No funds for softeners to solve hard water problems in Clonmel

Eamonn Wynne


Eamonn Wynne


Clonmel hard water problems

Appliances such as washing machines have to be replaced regularly by Clonmel residents affected by a hard water supply.

There are no plans to introduce any scheme of financial support for the installation of water softeners in homes affected by a hard water supply, including those on the northern side of Clonmel.

This news was relayed to a meeting of Clonmel Borough District in correspondence from Niamh Murphy, private secretary to Eoghan Murphy, Minister for Housing, Planning and Local Government.

Hard water has been a problem in homes on the northern side of the town for many years now, with residents regularly required to replace electrical appliances including washing machines, kettles and showers.   

Cllr. Michael Murphy proposed that, in view of this announcement, the council should now write to the Department of Social Protection, and make a good case for those on low incomes to be prioritised for some form of payment.

They should request an exceptional needs payment for householders to replace appliances such as washing machines.

It should be pointed out to the Department that hard water was causing these problems in the first place and that this payment would be a preventative measure, he suggested.

The letter from the Department of Housing also stated that "under the European Union (Drinking Water) Regulations 2014, suppliers of drinking water were required to ensure that the water supplied was wholesome and clean.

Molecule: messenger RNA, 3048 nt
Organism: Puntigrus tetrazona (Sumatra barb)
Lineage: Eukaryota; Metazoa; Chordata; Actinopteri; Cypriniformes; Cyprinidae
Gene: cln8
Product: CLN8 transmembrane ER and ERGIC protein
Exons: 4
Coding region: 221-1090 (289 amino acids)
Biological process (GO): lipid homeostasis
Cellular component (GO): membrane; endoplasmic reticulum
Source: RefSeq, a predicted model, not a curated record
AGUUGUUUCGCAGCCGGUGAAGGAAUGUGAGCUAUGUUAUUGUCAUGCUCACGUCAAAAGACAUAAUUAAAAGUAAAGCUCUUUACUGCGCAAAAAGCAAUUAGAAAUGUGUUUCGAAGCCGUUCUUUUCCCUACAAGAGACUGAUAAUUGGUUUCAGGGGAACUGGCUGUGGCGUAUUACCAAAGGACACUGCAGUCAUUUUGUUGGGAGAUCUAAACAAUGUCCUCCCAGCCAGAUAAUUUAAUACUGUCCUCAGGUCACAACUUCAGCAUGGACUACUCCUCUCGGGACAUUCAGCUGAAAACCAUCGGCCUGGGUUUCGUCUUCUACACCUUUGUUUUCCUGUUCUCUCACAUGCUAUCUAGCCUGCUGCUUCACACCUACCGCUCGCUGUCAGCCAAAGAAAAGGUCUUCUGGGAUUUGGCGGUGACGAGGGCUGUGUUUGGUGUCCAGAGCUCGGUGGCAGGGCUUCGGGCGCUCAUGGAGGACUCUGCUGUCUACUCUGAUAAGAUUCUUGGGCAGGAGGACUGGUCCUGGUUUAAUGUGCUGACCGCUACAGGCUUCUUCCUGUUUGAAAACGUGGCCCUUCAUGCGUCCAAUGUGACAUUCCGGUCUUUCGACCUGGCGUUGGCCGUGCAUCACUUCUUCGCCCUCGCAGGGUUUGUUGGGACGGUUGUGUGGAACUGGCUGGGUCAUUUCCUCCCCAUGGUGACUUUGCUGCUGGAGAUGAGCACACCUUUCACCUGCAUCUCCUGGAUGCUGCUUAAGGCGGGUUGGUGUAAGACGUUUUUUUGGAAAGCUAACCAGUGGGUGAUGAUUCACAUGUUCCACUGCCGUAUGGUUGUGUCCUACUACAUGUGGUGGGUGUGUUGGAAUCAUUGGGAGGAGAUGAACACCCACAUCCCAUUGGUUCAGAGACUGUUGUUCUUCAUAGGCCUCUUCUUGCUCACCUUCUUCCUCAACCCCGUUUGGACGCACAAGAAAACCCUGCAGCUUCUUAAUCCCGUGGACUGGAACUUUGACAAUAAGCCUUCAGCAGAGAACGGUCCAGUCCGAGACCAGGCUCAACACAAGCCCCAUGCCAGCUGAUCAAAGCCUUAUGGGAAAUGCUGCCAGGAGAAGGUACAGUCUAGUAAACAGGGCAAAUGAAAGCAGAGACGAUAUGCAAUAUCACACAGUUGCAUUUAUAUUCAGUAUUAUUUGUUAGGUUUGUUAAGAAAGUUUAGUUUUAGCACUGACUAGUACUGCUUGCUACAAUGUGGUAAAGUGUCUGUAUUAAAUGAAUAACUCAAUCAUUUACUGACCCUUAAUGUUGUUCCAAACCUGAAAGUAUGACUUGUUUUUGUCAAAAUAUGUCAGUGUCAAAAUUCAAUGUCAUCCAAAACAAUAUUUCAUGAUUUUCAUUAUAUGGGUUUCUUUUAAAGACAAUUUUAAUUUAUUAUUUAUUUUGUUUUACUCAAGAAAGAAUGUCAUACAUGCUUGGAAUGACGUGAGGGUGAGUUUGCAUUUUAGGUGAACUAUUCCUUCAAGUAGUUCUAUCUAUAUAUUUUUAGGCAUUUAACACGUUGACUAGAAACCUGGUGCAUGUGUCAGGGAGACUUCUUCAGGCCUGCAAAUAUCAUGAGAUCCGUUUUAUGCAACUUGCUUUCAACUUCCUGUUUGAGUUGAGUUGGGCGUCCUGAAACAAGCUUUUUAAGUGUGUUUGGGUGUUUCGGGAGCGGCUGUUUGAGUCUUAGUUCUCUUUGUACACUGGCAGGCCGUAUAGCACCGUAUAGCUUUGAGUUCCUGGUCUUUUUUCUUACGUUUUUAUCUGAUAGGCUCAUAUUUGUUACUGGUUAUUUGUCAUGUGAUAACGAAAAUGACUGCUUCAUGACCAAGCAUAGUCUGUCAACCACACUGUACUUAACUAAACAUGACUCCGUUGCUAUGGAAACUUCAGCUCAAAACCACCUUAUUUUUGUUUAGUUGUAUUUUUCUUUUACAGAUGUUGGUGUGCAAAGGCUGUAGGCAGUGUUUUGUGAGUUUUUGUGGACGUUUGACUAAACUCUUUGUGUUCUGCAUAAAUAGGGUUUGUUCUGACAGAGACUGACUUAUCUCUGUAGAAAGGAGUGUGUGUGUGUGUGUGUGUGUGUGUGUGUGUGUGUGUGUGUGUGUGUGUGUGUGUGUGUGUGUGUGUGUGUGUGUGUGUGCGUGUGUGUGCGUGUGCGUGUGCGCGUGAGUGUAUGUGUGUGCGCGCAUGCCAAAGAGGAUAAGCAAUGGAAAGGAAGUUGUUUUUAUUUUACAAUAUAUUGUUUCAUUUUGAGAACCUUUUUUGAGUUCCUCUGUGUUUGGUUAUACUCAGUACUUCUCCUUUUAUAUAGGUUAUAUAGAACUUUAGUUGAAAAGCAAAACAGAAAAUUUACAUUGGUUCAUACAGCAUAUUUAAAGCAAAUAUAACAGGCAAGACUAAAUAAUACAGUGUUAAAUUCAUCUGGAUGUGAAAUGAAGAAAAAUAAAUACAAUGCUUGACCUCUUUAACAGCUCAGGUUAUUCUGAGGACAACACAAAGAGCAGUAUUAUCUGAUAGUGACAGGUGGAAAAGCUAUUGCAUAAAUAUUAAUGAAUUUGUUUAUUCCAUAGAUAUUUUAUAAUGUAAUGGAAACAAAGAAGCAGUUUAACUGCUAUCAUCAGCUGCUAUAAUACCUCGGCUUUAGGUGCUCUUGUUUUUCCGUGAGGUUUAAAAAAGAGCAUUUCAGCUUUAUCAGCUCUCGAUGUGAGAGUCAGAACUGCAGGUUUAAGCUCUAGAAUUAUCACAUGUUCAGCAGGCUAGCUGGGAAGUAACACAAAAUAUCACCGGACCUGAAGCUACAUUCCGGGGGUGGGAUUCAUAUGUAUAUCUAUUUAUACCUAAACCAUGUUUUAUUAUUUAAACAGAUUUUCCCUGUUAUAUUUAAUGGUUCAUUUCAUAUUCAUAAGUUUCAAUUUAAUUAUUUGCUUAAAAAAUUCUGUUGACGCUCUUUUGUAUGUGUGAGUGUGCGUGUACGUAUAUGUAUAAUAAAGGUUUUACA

“Water which is wholesome and clean is defined as water which is free from any micro-organisms and parasites and from any substances which, in numbers or concentrations, constitute a potential danger to human health.

"Wholesome and clean water must also meet the quality standards specified in the schedule to the regulations.

"Hard water is not included as a parameter in the quality standard tables included in the schedule to the regulations as neither it, nor associated substances such as lime, calcium and magnesium, pose a threat to human health".

Meanwhile, another letter relating to hard water, sent by the Department of Communications, Climate Action and Environment, incurred the wrath of Cllr. Pat English.

This letter stated that concerns raised about hard water were relevant to the Department of Housing, Planning and Local Government and had been passed on to Minister Eoghan Murphy.

Cllr. English said he was baffled by this reply, which he said was just a standard one-liner.

Hard water was an ongoing issue on the northern side of Clonmel  and the quantity of lime in the supply was "ridiculous".

"It needs serious looking into", he added.